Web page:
HEY, RUSSIA, WANNA SWAP? OBAMA & BIDEN FOR PUTIN, STRAIGHT UP … UNFILTERED PUTIN SHOWS WHY HE IS A WORLD-CLASS LEADER … HE RISES TO THE OCCASION ON UKRAINE
By DAN VALENTI
PLANET VALENTI News and Commentary
(FORTRESS OF SOLITUDE, WEDNESDAY, MARCH 12, 2014) — THE PLANET has just finished watching the entirety of Vladimir Putin‘s March 4 press conference on the Ukraine crisis. He spoke for more than an hour before an assembly of what looked like about 30 media.
Unlike the U.S. President — who stands behind an imposing lectern emblazoned with the presidential seal, as if he’s going to deliver statements from on high to those who are there as unequals, much like mere students who must hang on every word of the prof — Putin sat in a simple padded chair, on the same level as the press, maybe three or four feet away. To his right, a small table with a notepad and pen and behind him, the Russian flag. That’s it. No “hail to the chief.” No briefing books. No entering the room from a long corridor off a secret room. He sat, legs spread apart, relaxed in a body language that “spoke” of openness.
THE PLANET highly advises you to take an hour and see for yourself not only what he said but how he said it (the best link for this can be found on realclearpolitics.com … also on that site, watch Putin take on journalists in a dazzling performance on a round-table TV discussion on the show RT Moskow).
In his press conference, Putin gave the Russian viewpoint on Ukraine, and, frankly, it makes much more sense that what Western leaders — particularly Obama — have said. It holds true to what we’ve seen previously when these two men have met in person. You can see how Putin intimidates the President. For some reason, Obama performs like a schoolboy on these occasions. Putin eats his lunch, an empty suit versus a martial arts expert.
Say, Russia: Wanna swap? You take Obama, and we get Putin. We’ll even throw in Joe Biden and a secretary to be named later.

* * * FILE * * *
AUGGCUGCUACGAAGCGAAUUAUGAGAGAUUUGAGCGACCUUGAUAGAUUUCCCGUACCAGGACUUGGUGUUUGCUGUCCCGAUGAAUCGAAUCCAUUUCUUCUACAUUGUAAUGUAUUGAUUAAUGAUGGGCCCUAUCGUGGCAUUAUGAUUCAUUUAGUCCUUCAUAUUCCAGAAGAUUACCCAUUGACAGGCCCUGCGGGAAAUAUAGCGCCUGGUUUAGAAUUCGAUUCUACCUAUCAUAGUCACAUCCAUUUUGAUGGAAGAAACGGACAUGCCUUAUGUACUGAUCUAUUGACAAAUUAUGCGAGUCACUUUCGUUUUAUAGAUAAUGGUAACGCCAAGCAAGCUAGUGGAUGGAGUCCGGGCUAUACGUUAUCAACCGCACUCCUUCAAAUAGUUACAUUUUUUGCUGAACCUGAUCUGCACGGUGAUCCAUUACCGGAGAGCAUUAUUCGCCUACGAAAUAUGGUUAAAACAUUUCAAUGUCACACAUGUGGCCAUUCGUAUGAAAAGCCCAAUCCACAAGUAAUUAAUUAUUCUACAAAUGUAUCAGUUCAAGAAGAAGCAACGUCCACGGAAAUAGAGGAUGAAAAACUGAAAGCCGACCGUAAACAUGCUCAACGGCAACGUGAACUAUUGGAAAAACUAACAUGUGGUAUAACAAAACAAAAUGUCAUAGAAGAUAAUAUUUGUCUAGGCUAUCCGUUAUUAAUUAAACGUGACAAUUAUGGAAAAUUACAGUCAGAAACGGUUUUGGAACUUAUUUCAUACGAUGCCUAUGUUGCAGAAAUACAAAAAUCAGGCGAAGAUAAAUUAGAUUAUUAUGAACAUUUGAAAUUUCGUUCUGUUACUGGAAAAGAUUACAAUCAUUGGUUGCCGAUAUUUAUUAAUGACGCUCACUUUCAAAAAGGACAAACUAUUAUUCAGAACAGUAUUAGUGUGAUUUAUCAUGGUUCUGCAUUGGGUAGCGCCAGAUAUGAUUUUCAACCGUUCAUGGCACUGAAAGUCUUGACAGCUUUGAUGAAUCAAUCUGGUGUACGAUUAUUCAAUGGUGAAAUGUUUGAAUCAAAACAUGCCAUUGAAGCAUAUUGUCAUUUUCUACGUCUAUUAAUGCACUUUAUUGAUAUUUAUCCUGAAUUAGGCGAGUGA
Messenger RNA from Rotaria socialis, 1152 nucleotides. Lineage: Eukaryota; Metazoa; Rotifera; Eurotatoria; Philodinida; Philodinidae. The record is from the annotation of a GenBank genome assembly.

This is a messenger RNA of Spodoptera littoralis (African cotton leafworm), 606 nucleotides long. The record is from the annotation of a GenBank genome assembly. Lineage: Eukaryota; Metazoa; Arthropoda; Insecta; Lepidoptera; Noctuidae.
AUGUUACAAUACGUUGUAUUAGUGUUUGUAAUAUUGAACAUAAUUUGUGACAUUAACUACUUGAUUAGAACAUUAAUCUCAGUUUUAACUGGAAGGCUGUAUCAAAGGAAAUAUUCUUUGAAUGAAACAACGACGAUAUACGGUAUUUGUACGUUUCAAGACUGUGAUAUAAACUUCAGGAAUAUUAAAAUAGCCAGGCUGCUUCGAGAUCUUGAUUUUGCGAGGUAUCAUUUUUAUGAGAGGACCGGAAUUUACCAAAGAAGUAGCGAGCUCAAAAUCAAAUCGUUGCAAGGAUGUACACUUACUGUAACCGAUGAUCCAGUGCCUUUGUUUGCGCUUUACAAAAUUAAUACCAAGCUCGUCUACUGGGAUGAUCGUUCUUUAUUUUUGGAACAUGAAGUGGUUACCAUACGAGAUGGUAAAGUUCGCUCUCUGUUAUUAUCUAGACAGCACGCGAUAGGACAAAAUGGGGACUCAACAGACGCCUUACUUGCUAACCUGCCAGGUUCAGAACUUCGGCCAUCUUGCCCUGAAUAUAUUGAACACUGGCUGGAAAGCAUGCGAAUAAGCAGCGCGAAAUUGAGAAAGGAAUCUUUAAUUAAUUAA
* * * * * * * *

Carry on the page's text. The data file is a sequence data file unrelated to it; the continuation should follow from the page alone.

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Putin portrayed the actions of his country as a reaction to a request from the legitimate president of a neighboring country, Viktor Yanukovych of Ukraine. How can that be disputed? THE PLANET has digested a lot of media reports from all over the world, and bottom line is that Putin’s account appears to be the most accurate umbrella statement that would explain what’s happened in the Ukraine.
The two countries are close, with a shared history. Last year, three million Ukrainians immigrated to Russia because of greater economic opportunities. The money they send back to relatives forms a robust share of Ukraine’s GDP. Some 58% of Crimea, the jutting Baltic peninsula, is made up of ethnic Russians. Of course they want to align themselves with Russia. The plebiscite scheduled in a few days will decide the question. In advance, Obama through Secretary of State John Kerry has said he would not recognize the results if Crimea votes to join Russia. Putin, meanwhile, had said he doesn’t recognize the interim government in Ukraine.
Putin said that while he helped Yanukovych, he does not sympathize with him nor condone how he acted in dealing with the civil crisis. Putin said he helped in the Ukraine on a humanitarian basis, “because the people there are Russia’s brothers and sisters.” He called upon the current authorities in Ukraine, which Russia doesn’t acknowledge as legitimate, to treat the people with consideration and help. Putin also said he had instructed his ministers to meet with their “counterparts” in Ukraine to preserve the economic ties between the two countries. This is contrary to the West’s portrayal.